that is better. but before anything else, i want to take a moment to acknowledge that something like sfpark doesn't happen without the energy, the heart and passion of many people, only some of whom you sigh here and i'm truly representing work of an incredible team that delivered the sfpark pilot. i also want to take a moment to remind anyone in the audience would doesn't know what the pilot actually means to quickly summarize what they include. sfpark in a nutshell was a federally-funded demonstration of a new approach to managing parking that used better information, and responsive pricing to make it easier to park. that was the bottom line and single focus. that included finally making it easier to pay, either with meters that take credit cards and debit cards or pay by phone and meters throughout the city. that was complimented by longer time limits moving from one or
two hours to either four limits or no time limit at all. to make it easy to quickly find a space we used demand hm responsive pricing to make one's experience as a d-ray there was almost a space available on the block, most of the time. that was the target. we followed the same approach to pricing at the mta garages with one addition, that was an off-peak discount that meant if you entered or exited a garage after a peak time you could get a discount up to $2 for a total discount of $4. so offering our customers a powerful option, and rather than asking people to pay a peak-period surge charge, we offered an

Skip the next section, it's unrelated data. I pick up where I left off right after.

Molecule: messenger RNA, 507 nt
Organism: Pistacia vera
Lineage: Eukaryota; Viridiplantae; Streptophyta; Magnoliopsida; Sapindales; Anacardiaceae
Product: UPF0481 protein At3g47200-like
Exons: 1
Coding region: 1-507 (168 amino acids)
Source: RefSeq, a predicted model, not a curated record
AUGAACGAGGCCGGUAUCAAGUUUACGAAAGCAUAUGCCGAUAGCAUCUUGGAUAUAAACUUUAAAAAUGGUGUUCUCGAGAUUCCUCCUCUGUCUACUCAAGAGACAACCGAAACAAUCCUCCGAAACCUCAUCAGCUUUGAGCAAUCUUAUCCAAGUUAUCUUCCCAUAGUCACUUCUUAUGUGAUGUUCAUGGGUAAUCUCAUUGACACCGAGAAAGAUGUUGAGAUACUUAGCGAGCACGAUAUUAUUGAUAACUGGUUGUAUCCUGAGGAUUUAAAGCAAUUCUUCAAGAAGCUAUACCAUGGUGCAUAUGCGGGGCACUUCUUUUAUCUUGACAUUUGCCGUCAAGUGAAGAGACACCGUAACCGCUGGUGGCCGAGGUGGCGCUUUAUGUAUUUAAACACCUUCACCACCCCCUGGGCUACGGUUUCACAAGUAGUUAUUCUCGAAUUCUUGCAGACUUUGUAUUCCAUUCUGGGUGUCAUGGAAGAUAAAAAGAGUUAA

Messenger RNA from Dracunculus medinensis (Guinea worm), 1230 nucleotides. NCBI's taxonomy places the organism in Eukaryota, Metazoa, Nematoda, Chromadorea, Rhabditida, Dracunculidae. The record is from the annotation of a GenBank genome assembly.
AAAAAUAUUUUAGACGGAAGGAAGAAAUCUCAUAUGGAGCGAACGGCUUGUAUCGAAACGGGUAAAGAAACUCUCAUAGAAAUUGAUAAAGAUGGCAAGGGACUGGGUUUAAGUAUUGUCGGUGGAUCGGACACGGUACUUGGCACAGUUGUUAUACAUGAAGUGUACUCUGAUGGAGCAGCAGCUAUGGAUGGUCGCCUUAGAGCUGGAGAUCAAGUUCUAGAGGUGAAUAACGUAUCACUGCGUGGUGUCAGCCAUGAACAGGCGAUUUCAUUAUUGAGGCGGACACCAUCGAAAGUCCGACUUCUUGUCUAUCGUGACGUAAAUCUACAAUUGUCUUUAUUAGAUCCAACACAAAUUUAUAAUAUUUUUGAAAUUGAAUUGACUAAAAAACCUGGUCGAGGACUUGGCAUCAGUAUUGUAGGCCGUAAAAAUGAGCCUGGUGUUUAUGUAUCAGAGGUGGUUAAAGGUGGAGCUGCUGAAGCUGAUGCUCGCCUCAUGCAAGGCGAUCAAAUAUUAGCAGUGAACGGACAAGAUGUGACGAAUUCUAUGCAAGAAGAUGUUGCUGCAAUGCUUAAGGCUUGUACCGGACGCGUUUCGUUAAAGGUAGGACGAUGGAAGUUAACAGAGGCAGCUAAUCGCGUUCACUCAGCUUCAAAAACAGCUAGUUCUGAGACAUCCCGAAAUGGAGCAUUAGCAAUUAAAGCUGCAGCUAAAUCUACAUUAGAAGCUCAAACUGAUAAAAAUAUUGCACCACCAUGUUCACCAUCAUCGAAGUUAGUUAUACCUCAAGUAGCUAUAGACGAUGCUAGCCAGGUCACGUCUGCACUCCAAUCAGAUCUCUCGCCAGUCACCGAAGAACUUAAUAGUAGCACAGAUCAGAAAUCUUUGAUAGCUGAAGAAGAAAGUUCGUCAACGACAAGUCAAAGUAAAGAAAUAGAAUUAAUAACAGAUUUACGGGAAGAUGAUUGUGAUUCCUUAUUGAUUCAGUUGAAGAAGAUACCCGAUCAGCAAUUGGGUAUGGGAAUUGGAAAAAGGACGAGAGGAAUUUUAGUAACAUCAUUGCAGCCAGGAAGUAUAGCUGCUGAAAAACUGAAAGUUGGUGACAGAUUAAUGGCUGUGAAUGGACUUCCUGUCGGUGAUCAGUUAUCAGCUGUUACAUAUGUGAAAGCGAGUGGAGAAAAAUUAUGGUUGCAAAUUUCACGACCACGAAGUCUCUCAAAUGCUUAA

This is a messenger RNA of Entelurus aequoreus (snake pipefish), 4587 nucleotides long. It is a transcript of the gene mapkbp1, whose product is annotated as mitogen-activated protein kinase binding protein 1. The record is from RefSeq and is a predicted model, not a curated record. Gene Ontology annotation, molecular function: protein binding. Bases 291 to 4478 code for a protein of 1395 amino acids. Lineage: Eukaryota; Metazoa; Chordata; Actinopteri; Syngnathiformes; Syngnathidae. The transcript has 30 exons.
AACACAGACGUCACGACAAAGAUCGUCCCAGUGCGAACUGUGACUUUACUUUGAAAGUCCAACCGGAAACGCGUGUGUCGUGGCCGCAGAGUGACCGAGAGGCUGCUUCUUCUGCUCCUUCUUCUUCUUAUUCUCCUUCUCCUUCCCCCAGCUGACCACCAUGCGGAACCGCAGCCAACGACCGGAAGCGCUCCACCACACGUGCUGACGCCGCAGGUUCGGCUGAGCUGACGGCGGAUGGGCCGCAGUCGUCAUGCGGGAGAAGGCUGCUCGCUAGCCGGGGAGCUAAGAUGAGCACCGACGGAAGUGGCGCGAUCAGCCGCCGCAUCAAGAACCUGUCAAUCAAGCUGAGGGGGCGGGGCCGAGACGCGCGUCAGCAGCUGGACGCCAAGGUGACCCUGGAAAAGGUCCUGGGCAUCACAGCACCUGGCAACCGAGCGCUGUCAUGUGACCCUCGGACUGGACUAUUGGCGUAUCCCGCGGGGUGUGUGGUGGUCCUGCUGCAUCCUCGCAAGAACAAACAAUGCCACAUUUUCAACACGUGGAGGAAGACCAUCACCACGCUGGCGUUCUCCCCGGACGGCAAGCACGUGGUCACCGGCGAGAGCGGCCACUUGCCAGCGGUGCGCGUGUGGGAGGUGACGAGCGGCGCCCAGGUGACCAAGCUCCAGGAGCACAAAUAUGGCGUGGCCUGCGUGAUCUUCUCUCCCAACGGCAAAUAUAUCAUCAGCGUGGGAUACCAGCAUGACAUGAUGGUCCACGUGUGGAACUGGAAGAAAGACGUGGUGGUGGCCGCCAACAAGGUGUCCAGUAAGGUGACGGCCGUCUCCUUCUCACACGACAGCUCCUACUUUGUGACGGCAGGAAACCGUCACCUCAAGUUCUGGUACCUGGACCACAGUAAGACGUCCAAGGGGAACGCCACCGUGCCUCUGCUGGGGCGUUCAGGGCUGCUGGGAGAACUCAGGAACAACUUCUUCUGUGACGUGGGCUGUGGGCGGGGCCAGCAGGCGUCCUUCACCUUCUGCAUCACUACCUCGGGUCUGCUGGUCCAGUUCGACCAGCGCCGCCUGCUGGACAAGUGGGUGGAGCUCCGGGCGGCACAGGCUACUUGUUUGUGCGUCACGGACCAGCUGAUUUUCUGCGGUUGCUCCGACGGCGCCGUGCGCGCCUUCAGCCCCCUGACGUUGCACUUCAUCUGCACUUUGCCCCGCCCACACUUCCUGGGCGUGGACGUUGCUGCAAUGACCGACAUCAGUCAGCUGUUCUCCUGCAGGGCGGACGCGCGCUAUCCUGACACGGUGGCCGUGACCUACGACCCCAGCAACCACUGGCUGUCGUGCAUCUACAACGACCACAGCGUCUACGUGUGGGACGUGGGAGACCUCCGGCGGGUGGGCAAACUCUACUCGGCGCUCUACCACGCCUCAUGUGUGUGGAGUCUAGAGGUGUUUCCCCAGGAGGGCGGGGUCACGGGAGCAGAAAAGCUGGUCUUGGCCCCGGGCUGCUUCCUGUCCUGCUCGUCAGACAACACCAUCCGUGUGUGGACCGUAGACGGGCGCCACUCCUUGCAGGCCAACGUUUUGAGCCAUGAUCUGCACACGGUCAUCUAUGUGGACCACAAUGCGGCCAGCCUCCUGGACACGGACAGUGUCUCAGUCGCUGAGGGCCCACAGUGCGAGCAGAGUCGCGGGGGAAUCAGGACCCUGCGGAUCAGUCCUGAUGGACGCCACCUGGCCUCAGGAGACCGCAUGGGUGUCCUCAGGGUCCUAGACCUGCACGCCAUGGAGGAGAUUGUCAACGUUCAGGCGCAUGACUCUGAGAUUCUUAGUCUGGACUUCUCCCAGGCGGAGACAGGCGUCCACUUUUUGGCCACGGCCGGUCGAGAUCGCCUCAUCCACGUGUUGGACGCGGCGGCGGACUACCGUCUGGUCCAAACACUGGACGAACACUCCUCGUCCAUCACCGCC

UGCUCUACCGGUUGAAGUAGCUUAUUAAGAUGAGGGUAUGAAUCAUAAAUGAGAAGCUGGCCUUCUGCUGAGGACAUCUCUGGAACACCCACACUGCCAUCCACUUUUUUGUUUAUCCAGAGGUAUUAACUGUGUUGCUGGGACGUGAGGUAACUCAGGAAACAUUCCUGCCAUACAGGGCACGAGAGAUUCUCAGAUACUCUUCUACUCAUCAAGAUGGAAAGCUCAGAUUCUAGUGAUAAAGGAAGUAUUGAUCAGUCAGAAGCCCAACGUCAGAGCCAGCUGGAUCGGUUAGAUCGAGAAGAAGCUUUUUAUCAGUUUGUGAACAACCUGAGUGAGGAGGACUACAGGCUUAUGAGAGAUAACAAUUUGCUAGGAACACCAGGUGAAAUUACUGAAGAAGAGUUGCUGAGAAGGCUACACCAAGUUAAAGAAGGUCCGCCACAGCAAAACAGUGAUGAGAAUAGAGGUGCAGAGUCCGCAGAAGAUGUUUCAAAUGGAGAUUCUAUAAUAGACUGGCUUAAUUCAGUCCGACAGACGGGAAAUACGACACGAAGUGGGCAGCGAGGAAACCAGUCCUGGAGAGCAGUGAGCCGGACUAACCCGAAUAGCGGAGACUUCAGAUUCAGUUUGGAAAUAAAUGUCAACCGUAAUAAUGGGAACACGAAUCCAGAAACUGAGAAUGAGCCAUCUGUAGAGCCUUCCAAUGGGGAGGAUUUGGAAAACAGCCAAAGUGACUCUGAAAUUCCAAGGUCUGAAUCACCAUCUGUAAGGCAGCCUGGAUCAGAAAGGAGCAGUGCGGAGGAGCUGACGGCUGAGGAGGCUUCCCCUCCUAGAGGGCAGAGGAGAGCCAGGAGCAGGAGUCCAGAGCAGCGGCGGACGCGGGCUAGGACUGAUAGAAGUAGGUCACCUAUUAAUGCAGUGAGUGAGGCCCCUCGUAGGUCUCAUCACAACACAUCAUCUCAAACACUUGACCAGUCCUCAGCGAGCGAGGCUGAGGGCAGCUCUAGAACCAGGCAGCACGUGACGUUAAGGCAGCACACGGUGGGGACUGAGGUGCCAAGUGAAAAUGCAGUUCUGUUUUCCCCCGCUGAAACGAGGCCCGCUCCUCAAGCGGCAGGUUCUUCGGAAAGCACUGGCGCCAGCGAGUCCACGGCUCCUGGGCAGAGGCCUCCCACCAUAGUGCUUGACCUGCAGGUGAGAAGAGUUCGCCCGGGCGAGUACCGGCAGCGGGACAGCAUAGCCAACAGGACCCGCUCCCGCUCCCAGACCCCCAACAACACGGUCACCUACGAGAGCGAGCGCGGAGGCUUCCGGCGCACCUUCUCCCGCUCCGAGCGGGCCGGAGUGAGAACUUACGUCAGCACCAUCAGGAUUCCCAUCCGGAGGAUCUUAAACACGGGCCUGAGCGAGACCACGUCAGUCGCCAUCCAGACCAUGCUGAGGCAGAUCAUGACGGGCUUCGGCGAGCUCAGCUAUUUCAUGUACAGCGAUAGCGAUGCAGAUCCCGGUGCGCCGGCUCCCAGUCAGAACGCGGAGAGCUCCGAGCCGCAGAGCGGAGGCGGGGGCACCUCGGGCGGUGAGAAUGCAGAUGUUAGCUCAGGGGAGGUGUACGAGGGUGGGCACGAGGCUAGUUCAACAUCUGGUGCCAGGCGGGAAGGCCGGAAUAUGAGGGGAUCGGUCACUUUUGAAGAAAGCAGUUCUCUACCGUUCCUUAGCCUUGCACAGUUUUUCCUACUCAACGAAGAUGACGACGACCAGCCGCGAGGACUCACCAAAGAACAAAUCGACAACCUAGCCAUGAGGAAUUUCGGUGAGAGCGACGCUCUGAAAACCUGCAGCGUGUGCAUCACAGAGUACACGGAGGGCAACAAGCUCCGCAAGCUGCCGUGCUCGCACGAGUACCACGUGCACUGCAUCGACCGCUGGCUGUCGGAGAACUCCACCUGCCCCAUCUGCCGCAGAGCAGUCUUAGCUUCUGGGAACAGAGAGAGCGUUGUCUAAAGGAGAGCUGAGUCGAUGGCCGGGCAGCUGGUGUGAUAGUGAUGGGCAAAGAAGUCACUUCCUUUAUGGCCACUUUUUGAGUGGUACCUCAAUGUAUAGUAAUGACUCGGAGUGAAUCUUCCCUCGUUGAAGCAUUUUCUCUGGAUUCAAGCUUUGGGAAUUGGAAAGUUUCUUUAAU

off-peak discount. another core element of the pilot was parking sensors and pretty incredible new technology. and major installation of a hockey-puck shaped device sensing and communicating continuously 24/7 for years whether or not a space was occupied. an incredibly rich dataset and one before that was never available and the cool thing about that is that the data came to us in realtime. we turned around and provided that into a realtime data feeds and free apps that we made available to our customers and what other to developers of apps to get that data out there, so others could help us distribute it and maxize social benefit that. is exactly what happened. many apps were developed using this. so that high-tech element of f parc was complimented by the low-tech and there is no way to measure this, but possibly one of the